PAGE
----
The cinematic universe of Tim Burton has frequently touched on the theme of the outsider in society; the misfit who – for some physical or personal oddity or imperfection – is at odds with the conventions of the world generally and the powers-that-be which dictate its standards. One can see quite readily the appeal which a live remake of Walt Disney’s 1941 animated film Dumbo must have held for the director. Based on the story by Helen Aberson and Harold Pearl, Dumbo tells of a baby elephant who is born with gargantuan ears and, initially, finds himself the subject of much ridicule and insensitive mockery. In this new version of the tale by Burton, scripted by Ehren Kruger, the young mammal enters the world in the environs of a circus which has seen much better days. The setting is 1919 and the Great War in Europe has recently come to an end. A returning equestrian performer by the name of Holt Farrier (Colin Farrell) faces into a less-than promising future as he is reunited with his children Milly and Joe. Holt has lost an arm in the conflict overseas and his wife has succumbed to Spanish flu. The Medici Brothers’ Circus, which he rejoins, is no longer the going concern that it once was. Proprietor Max Medici (Danny DeVito) is hoping for the show’s next big headline act by way of an Asian elephant he has recently purchased. When ‘Mrs. Jumbo’ gives birth to her rather unusual offspring, Medici’s plans appear to be in tatters and his lot is not improved when the female elephant accidentally kills an abusive handler during Dumbo’s debut performance. But a trickle of light duly appears as Holt’s resourceful kids discover that the baby elephant has a special gift which allows him to soar high above and not without a little spectacle.
The latest offering in a crowded line of planned remakes by the House of Mouse, Dumbo is definitely not the soulless machine which some reviewers have suggested and it boasts a fine cast (who are well employed) and, of course, Tim Burton’s distinctive visual style. There is something here for all ages even if the pacing is a tad uneven at times and the circus sequences somewhat distended. At the core of the story of course is the youngster who is thrust into the limelight as he pines to be reunited with his mother. The desire to be accepted and to ameliorate personal circumstances is one which Burton and Kruger are evidently very interested in. The Farrier kids have lost their mother. Holt has lost his wife and his co-performer in the ring. The various members of Medici’s circus (a fairly diverse bunch as you might well imagine) fear for the future and the possible break-up of their communal family. Medici himself will be similarly bereft if his long-standing enterprise does not turn a reasonable profit before long. But – yes, you’ve guessed it – the lovable elephant with the floppy ears soon becomes a beacon of hope to them all.
A previous acting collaborator of Burton’s turns up by way of Michael Keaton’s V.A. Vandevere and the film takes on quite an interesting aspect as he entices Medici and his troupe of performers (most especially Dumbo) to join his amusement park called Dreamland. The allusions to Disneyland itself could scarcely be much clearer and the mindset of Vandevere is akin to Medici with regard to his perception of Dumbo as a show-stopper and a cash cow. But the two men differ with respect to the lengths they will go to realise their dreams; in Medici’s case, Dumbo is a means to keeping his show on the road; for Vandevere, the young elephant is a potential springboard to greater success and expansion (quite tellingly his banker played by the great Alan Arkin attends the first such performance). Keaton fits this type of unscrupulous role like a glove, but the character is generally one-dimensional and singularly without any redeeming features. Elsewhere, another Burton regular (of more recent years) Eva Green fares fine as a French trapeze artist by the name of Colette Marchant. Other notables in the large cast include Roshan Seth and famous American ring announcer Michael Buffer.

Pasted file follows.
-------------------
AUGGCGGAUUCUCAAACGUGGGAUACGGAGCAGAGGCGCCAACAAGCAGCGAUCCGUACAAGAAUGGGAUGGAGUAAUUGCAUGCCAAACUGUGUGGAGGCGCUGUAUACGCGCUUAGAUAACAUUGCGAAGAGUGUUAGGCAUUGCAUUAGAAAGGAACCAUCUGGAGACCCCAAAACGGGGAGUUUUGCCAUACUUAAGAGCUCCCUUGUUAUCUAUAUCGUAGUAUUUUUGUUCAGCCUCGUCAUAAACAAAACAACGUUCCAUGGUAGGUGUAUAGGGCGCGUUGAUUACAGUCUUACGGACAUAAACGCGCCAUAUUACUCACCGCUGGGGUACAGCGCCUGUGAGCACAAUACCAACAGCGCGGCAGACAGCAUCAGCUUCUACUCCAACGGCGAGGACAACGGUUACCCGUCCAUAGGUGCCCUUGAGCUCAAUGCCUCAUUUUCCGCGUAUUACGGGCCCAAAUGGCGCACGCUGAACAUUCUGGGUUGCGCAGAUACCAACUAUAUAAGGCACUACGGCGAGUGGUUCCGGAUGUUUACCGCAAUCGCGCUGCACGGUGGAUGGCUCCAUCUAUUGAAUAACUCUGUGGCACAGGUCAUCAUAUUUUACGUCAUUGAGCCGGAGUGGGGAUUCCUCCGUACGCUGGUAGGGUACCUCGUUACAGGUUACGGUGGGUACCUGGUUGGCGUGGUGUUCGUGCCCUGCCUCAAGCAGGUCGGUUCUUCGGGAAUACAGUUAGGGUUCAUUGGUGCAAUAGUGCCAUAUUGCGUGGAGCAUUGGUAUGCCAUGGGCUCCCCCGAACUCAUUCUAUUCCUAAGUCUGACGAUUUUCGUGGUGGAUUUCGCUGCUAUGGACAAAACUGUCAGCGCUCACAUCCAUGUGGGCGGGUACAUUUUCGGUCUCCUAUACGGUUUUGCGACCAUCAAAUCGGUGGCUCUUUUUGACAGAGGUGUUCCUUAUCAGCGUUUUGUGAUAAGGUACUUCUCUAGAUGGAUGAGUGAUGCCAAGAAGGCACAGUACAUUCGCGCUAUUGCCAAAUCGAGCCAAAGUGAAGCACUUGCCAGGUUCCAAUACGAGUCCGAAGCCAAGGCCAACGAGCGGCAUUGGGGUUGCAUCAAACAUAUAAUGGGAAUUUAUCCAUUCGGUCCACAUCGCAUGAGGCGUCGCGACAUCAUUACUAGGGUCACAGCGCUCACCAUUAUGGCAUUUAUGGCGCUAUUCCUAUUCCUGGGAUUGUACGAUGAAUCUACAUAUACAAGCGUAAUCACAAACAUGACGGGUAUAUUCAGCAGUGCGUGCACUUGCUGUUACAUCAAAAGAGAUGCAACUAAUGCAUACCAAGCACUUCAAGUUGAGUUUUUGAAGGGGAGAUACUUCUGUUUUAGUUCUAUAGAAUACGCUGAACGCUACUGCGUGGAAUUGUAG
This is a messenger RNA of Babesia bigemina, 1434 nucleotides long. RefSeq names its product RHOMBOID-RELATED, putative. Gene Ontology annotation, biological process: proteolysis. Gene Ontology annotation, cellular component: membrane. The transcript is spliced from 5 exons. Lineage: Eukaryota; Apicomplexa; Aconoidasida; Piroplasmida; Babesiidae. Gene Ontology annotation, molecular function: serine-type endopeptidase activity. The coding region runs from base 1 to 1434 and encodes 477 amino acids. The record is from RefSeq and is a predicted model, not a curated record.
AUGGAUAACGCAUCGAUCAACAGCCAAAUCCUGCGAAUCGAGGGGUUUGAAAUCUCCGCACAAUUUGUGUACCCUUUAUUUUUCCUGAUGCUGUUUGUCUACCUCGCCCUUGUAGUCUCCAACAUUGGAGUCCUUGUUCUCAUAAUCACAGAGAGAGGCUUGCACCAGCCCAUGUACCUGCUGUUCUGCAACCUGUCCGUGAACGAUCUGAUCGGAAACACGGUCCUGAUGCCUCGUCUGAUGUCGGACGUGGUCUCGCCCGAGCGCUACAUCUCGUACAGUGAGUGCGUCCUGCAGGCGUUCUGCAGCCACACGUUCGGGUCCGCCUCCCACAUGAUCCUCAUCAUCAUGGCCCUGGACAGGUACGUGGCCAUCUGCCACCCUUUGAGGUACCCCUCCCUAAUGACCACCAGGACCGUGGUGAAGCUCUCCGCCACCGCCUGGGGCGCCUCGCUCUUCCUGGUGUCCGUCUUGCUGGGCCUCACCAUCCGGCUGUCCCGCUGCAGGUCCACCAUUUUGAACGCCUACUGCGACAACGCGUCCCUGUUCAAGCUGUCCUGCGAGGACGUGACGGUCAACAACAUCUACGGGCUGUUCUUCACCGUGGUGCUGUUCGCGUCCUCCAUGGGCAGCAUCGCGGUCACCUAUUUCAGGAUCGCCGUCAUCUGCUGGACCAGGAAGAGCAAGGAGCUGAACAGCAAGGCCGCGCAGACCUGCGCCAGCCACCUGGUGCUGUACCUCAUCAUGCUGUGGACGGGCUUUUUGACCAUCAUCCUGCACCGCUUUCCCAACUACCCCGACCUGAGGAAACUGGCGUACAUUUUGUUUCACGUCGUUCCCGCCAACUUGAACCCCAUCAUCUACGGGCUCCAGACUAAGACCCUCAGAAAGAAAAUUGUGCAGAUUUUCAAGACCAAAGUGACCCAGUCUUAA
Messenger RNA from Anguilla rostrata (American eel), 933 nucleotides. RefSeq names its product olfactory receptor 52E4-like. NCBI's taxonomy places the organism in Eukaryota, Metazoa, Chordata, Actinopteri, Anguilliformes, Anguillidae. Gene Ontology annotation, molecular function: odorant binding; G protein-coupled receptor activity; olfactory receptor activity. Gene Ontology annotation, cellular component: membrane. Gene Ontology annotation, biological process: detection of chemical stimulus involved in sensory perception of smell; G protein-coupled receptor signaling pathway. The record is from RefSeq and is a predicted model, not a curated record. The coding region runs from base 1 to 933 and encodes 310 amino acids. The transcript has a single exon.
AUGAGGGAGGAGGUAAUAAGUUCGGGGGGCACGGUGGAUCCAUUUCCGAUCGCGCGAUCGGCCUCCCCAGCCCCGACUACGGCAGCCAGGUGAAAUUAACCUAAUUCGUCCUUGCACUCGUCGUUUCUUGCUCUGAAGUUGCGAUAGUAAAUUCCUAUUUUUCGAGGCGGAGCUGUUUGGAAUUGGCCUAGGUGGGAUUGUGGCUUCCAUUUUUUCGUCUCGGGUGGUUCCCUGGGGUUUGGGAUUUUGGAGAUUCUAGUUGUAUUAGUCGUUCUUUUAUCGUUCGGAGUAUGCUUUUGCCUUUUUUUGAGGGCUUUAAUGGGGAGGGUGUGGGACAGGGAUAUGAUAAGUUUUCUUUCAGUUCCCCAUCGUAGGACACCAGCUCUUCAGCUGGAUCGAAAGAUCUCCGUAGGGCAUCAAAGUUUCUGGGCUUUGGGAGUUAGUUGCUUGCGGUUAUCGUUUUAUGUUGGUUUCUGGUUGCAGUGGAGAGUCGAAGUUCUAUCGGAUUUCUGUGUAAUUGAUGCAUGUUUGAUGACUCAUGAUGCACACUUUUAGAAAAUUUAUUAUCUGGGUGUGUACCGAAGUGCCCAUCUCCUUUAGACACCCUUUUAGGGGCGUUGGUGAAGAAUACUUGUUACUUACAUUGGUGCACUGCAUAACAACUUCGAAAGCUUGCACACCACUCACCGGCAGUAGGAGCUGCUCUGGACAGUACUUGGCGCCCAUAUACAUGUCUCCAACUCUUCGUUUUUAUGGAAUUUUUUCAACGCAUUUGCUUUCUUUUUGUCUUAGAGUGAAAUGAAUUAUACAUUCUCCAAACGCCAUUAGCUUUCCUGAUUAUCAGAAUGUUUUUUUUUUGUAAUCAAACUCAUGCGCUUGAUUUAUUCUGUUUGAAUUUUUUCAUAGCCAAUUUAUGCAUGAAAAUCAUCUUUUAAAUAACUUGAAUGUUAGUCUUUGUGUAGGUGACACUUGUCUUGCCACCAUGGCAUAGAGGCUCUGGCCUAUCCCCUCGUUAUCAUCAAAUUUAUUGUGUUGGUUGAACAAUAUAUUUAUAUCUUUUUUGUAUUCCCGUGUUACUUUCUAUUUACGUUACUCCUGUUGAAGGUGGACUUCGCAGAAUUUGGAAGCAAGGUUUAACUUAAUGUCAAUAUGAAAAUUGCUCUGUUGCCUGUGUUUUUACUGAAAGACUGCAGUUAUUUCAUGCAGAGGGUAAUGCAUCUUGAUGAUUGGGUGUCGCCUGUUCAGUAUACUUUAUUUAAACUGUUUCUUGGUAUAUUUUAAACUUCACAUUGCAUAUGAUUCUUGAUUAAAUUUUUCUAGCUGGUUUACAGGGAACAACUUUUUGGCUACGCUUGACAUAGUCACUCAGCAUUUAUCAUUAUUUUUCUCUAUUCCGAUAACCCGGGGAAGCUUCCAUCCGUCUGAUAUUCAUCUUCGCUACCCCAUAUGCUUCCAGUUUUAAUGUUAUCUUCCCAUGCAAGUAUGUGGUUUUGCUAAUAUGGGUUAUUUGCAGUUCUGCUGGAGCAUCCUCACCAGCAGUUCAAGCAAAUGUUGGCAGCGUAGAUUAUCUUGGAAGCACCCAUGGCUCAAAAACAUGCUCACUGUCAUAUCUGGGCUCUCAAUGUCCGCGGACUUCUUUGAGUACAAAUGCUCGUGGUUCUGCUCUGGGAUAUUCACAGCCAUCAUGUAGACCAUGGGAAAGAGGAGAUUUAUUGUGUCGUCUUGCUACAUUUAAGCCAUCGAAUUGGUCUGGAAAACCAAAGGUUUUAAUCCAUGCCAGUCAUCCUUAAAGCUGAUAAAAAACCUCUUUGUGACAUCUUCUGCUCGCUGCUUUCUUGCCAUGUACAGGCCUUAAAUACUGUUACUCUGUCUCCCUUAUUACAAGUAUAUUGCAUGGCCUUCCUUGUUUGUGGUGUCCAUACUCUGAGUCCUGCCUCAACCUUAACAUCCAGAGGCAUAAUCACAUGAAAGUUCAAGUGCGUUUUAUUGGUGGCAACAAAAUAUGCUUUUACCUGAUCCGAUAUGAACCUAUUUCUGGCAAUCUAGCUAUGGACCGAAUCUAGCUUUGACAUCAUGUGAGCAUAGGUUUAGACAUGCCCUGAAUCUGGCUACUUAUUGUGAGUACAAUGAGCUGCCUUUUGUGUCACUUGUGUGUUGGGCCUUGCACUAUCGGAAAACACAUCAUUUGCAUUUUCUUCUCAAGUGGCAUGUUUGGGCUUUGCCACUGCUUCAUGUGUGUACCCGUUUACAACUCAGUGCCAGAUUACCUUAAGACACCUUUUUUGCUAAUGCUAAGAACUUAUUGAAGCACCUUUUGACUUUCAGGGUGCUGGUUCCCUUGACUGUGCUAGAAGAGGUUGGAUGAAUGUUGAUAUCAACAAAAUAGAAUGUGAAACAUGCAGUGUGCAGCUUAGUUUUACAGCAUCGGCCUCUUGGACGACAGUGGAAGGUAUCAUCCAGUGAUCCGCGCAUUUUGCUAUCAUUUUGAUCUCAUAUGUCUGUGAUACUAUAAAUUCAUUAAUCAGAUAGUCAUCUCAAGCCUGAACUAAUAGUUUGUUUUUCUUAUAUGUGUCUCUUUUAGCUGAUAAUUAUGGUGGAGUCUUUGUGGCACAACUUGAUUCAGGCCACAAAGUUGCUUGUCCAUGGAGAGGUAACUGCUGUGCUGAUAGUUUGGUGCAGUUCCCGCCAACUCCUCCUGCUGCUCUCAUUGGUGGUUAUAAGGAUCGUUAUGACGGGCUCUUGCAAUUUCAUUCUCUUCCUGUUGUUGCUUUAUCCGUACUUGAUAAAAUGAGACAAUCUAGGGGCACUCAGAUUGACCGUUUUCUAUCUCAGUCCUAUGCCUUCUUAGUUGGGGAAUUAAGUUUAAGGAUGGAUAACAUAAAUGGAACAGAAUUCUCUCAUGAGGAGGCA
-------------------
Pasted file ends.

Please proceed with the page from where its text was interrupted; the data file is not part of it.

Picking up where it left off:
At a mere running time of 64 minutes, the 1941 version remains one of Disney’s shortest animated features and the new film is noticeably padded in places with some unnecessary exposition and elongated circus sequences. The film’s eventual denouement is hardly the smoothest which Burton has ever committed to celluloid and there are few surprises in store for audiences as this is, after all, a Disney movie. A common criticism which has been leveled at this re-imagining of the story is that it lacks essential heart which I don’t really agree with as I believe the filmmakers have managed to instill it with a sufficient degree of pathos and then some fun. The cast, for the most part, are all engaging and on the side of the angels. Farrell does well as the struggling father who is also beset by his recently-acquired physical affliction; DeVito is always wonderful as the likeable rogue; the two kids are appropriately robust and full of beans. The appearance of Dumbo himself (with his to-be-expected anthropomorphic features) was not an issue for this reviewer as it was for others and the tone of the piece is generally agreeable even if the tempo lags somewhat in places. It’s not a patch on the 1941 animated version (still one of Disney’s very best), but Burton and his creative collaborators have done the source material no disgrace either. And – quite possibly – your heart might melt just a little bit when you hear those familiar strains of the unforgettable Baby Mine just one more time.